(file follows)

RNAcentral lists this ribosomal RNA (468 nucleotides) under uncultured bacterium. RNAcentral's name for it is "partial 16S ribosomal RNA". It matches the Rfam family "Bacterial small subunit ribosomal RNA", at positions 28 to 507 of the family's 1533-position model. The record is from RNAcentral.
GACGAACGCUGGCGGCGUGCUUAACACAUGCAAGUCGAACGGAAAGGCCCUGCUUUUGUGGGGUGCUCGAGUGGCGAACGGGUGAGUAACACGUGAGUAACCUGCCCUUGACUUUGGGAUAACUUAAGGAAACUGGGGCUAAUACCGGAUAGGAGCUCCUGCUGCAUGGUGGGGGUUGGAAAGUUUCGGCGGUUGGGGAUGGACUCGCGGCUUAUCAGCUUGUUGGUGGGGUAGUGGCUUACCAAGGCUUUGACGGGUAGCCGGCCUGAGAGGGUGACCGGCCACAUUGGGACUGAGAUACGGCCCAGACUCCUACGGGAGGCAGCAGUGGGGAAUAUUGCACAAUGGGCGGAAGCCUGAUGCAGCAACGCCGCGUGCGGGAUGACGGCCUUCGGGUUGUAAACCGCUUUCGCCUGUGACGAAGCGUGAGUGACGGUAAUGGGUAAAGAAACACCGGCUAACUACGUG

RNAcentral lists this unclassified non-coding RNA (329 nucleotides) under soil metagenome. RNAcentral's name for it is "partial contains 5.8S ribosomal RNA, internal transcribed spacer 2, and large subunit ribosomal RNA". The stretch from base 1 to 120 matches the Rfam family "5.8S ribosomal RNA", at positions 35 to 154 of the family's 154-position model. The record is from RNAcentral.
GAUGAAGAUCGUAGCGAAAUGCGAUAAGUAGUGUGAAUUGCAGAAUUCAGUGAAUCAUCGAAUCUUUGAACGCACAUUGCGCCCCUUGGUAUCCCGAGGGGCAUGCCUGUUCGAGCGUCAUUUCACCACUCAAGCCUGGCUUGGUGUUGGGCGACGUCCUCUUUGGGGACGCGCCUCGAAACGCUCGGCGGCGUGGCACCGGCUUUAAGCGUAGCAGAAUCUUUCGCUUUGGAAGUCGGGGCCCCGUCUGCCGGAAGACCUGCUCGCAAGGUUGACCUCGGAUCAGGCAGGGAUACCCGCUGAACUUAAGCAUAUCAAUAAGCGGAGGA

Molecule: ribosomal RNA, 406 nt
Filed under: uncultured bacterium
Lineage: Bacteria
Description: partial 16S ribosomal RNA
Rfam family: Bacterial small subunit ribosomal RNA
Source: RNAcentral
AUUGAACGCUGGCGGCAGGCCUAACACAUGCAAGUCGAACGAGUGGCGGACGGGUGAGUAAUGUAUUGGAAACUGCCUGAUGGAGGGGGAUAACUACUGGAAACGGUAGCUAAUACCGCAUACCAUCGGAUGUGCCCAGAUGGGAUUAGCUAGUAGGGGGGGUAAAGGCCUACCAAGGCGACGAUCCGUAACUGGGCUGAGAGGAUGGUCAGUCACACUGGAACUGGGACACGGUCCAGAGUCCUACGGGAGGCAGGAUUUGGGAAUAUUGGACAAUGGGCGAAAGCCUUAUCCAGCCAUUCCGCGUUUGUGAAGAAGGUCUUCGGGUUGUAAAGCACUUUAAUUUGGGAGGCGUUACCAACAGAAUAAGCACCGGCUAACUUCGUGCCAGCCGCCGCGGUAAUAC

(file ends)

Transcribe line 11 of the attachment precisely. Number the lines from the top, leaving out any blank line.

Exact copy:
AUUGAACGCUGGCGGCAGGCCUAACACAUGCAAGUCGAACGAGUGGCGGACGGGUGAGUAAUGUAUUGGAAACUGCCUGAUGGAGGGGGAUAACUACUGGAAACGGUAGCUAAUACCGCAUACCAUCGGAUGUGCCCAGAUGGGAUUAGCUAGUAGGGGGGGUAAAGGCCUACCAAGGCGACGAUCCGUAACUGGGCUGAGAGGAUGGUCAGUCACACUGGAACUGGGACACGGUCCAGAGUCCUACGGGAGGCAGGAUUUGGGAAUAUUGGACAAUGGGCGAAAGCCUUAUCCAGCCAUUCCGCGUUUGUGAAGAAGGUCUUCGGGUUGUAAAGCACUUUAAUUUGGGAGGCGUUACCAACAGAAUAAGCACCGGCUAACUUCGUGCCAGCCGCCGCGGUAAUAC